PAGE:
years of education & exhaustive training
 This honored rank, however, creates
opportunities for doctors to commit crimes
within profession
 Attributes connected with medical practice:
 high status, trustworthiness & professional
autonomy, provide doctors with “protective
cloak” that shields them from scrutiny
Part 4: Ch. 22
 Doctors’ high status derives from high
salaries & occupational prestige, enabling
them to retain elite social positions
 Affords doctors protection necessary to
commit crime: historically there has been
reluctance to use criminal law against high
status offenders
Part 4: Ch. 22
 Altruistic image projected by doctors rooted in
code of ethics which defines doctors as selfless
professionals who perform invaluable service
without regard for personal gain
 Creates assumption of good will that makes it
hard to prove charge of intentional wrongdoing
on part of doctor
 Physicians altruistic image engenders trust from
patients who can become easy targets of fraud or
to overlook negligent medical care
 This reflects a “pattern of deference” to doctors
Part 4: Ch. 22
 Doctors have been relatively immune to legal
scrutiny because of medical professions’
preference for self-regulation
 State medical review boards (typically
composed of other physicians) are first &
often only review of doctors’ conduct
 They can discipline & suspend or revoke
medical licenses
 This may facilitate criminal opportunities by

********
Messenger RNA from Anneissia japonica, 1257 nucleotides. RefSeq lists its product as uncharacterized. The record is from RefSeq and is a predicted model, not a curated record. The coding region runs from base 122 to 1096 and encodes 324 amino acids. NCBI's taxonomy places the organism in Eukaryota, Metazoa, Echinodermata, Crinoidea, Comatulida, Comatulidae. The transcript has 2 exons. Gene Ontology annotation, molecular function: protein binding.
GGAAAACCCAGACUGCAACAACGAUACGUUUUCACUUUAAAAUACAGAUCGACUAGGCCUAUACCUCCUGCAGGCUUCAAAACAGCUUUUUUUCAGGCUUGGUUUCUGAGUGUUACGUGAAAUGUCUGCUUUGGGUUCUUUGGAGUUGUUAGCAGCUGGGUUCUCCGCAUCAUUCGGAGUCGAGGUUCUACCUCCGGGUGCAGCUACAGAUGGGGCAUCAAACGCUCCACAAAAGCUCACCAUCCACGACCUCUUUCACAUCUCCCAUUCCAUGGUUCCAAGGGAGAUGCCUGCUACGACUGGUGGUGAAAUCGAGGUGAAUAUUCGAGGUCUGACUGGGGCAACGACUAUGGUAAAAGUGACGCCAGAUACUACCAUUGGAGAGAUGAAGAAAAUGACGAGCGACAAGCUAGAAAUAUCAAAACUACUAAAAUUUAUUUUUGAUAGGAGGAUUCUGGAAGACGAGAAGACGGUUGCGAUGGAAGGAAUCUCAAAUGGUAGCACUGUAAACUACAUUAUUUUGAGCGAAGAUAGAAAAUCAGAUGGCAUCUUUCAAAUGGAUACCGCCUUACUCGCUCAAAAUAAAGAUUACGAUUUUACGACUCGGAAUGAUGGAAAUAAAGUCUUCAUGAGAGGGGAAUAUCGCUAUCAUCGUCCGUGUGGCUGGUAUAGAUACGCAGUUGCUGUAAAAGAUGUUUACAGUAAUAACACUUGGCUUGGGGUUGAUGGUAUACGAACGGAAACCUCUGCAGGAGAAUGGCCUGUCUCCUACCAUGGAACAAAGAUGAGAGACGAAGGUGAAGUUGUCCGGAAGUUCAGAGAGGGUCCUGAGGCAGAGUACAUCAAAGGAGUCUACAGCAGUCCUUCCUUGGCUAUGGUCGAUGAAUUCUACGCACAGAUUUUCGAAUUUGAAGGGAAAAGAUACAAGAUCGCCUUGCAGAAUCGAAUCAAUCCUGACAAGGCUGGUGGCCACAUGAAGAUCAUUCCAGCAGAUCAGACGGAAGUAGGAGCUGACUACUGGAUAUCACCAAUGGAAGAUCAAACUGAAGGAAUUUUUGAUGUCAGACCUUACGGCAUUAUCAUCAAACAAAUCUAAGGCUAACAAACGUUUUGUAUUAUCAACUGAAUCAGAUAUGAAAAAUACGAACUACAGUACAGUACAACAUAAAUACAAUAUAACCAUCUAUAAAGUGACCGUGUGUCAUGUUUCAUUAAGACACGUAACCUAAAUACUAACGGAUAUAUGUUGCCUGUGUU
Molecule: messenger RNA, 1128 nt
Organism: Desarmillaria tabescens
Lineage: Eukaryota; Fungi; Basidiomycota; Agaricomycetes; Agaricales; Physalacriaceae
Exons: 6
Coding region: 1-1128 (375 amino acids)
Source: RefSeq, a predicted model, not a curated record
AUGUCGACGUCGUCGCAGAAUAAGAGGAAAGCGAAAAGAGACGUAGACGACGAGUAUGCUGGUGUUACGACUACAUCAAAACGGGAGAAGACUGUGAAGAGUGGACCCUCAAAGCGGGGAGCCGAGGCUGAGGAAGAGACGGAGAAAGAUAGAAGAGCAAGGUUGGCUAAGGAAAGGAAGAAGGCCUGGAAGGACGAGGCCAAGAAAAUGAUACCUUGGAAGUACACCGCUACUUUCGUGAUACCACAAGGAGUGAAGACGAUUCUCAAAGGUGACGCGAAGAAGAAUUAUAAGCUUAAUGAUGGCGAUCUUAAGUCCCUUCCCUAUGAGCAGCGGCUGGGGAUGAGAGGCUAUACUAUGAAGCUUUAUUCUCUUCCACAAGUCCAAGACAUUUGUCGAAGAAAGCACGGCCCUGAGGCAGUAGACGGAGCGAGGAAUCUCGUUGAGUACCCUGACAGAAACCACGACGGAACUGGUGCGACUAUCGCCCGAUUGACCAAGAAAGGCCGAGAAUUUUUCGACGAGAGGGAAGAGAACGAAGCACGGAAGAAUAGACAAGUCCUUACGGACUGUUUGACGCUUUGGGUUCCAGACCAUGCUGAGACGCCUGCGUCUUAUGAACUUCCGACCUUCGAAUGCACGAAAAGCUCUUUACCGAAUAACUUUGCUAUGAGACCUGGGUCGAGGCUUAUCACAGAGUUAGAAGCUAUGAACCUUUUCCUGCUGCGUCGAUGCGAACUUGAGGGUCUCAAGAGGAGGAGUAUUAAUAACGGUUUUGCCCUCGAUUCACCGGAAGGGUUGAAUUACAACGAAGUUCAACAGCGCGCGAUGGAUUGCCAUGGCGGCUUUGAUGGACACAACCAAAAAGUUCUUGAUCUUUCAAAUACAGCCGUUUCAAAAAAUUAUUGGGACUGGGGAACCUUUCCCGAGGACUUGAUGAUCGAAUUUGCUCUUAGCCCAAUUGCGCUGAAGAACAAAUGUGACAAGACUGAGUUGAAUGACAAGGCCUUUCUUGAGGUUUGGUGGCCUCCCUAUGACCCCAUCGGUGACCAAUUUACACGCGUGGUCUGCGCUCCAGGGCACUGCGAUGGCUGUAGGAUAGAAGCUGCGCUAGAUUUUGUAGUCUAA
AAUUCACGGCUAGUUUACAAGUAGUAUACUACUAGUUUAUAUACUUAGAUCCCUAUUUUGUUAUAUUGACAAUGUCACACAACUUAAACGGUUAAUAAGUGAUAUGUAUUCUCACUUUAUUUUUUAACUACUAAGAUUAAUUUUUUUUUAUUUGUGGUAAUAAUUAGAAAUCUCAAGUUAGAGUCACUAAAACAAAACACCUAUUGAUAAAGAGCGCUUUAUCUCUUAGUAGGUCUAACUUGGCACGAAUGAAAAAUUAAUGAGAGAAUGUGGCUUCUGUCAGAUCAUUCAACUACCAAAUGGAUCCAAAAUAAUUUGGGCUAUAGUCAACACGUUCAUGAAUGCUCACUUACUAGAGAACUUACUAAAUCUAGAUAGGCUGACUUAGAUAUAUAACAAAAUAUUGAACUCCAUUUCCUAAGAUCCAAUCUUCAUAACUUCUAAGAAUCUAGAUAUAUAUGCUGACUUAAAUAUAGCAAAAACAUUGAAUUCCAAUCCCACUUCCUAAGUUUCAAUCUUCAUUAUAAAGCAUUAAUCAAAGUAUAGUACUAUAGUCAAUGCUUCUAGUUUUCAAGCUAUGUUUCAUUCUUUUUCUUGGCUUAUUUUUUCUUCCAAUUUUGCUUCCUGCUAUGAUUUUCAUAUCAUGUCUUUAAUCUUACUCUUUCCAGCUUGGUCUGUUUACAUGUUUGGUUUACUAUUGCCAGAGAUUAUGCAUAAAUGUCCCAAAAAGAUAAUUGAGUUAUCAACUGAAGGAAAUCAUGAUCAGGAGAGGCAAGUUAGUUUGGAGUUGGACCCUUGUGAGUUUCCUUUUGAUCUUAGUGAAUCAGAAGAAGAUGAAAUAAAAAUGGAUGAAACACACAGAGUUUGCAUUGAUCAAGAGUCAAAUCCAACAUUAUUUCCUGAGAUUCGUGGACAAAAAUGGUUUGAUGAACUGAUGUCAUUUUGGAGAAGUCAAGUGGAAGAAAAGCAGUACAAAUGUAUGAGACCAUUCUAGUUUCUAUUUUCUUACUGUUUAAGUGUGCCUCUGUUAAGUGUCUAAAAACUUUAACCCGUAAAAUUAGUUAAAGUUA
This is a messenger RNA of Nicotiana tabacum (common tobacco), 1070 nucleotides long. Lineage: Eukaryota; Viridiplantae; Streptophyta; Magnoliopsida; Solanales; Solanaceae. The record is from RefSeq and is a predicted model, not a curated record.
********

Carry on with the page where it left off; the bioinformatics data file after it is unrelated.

shielding its members from more effective or
harsher punishments
Part 4: Ch. 22
Part 4: Ch. 22
 Kickbacks involve payments from one party
to another in exchange for referred business
or other income-producing deals
 Their acceptance by doctors is unethical and
illegal because of conflict of interest between
doctors’ commitment to quality patient care
and their own financial interest
Part 4: Ch. 22
 Fee splitting occurs when one physician (often
a general practitioner) receives payment from
a surgeon or other specialist in exchange for
patient referrals - may result in higher patient
costs since they have to be shared
 Referral may be based on the largest fee to the
referring doctor rather than the quality of the
doctor’s work to whom one is referred
Part 4: Ch. 22
 Self-referrals involve sending patients to
specialized medical facilities in which the
physician has a financial interest
Part 4: Ch. 22
 Prescription violations - a few doctors
overprescribe or mis-prescribe drugs to
patients which may cause serious illness or
Part 4: Ch. 22
 Unnecessary treatments or surgery may be
recommended to patients because of the fees the
doctor will earn and not the well-being of the
 This can be a very difficult matter to determine
and opens the door to abuse
Part 4: Ch. 22
 Sexual misconduct - sex may be exchanged
for professional services
 Doctor’s trust and authority may be used to
exploit relationship with patient
 Doctors may sexually assault patients when
under anesthesia
Part 4: Ch. 22
Part 4: Ch. 22
 Medical profession opposed original
Medicaid legislation in 1960s as a threat to
their autonomy because program set price of
medical services
 AMA lobbied against provisions to sanction
doctors for violating the rules
 As a result doctors billed for duplicate
services or items not performed
 Many doctors adopted defiant attitude
toward Medicaid because viewed it as
illegitimate intrusion on their autonomy
even though intent was to provide health
benefits to the poor
Part 4: Ch. 22
 What kinds of retaliatory avenues exist for
patients who are mistreated or abused by
 How are “deviant” doctors able to avert the
label and what consequences are faced by
Part 4: Ch. 22